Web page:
Uncertainty-driven Mapping and Navigation

Georgios Georgakis1 Bernadette Bucher1 Karl Schmeckpeper1 Anton Arapin2
Siddharth Singh3 Nikolai Matni1 Kostas Daniilidis1
1University of Pennsylvania 2University of Chicago 3Amazon


Operating in novel indoor scenes presents several challenges. First, unstructured environments are visually complex; the agent needs to recognize multiple object categories from different viewpoints and under occlusions in addition to parsing the structure of the scene to floor, side walls, and doors. Second, the agent needs to consider the spatial complexity of unseen environments, in other words, the set of expected semantic configurations. We aim to address these issues by learning how to predict semantic maps. Through this task a model can learn spatial associations between semantic entities and use this information to reason beyond the field-of-view of the agent. Particularly, in this research thrust we hypothesize that learning semantic layout patterns of indoor scenes increases the robustness of navigation agents towards the visual and layout complexity of previously unseen environments. We propose the following: 1) a novel framework for hallucinating occupancy and semantic regions beyond the field-of-view of the agent, 2) methodology for quantifying model uncertainty of the inferred information over unobserved areas, 3) an active training procedure for the semantic map predictor, and 4) objectives for multiple navigation tasks based on the map prediction and uncertainty.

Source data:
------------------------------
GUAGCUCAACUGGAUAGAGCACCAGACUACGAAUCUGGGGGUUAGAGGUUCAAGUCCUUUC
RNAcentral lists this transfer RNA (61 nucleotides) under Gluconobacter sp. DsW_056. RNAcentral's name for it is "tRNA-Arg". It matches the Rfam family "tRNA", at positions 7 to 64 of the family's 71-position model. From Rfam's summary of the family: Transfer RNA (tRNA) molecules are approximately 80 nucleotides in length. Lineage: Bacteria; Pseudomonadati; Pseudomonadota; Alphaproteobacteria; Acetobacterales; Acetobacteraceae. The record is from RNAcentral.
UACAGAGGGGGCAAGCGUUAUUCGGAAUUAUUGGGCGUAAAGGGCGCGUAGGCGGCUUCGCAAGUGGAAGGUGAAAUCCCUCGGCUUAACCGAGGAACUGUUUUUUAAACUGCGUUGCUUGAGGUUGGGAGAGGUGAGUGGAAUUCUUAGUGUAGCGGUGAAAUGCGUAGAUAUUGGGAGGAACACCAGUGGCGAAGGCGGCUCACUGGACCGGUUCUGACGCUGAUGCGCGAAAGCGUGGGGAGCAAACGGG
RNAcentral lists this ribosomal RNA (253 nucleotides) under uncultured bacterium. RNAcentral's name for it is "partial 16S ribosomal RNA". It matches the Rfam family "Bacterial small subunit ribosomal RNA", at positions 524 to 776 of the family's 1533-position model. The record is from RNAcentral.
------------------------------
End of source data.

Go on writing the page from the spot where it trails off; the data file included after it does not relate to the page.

Learning to Map for Active Semantic Goal Navigation, ICLR 2022

We consider the problem of object goal navigation in unseen environments. Solving this problem requires learning of contextual semantic priors, a challenging endeavour given the spatial and semantic variability of indoor environments. Current methods learn to implicitly encode these priors through goal-oriented navigation policy functions operating on spatial representations that are limited to the agent's observable areas. In this work, we propose a novel framework that actively learns to generate semantic maps outside the field of view of the agent and leverages the uncertainty over the semantic classes in the unobserved areas to decide on long term goals. We demonstrate that through this spatial prediction strategy, we are able to learn semantic priors in scenes that can be leveraged in unknown environments. Additionally, we show how different objectives can be defined by balancing exploration with exploitation during searching for semantic targets. Our method is validated in the visually realistic environments of the Matterport3D dataset and show improved results on object goal navigation over competitive baselines.

Uncertainty-driven Planner for Exploration and Navigation, ICRA 2022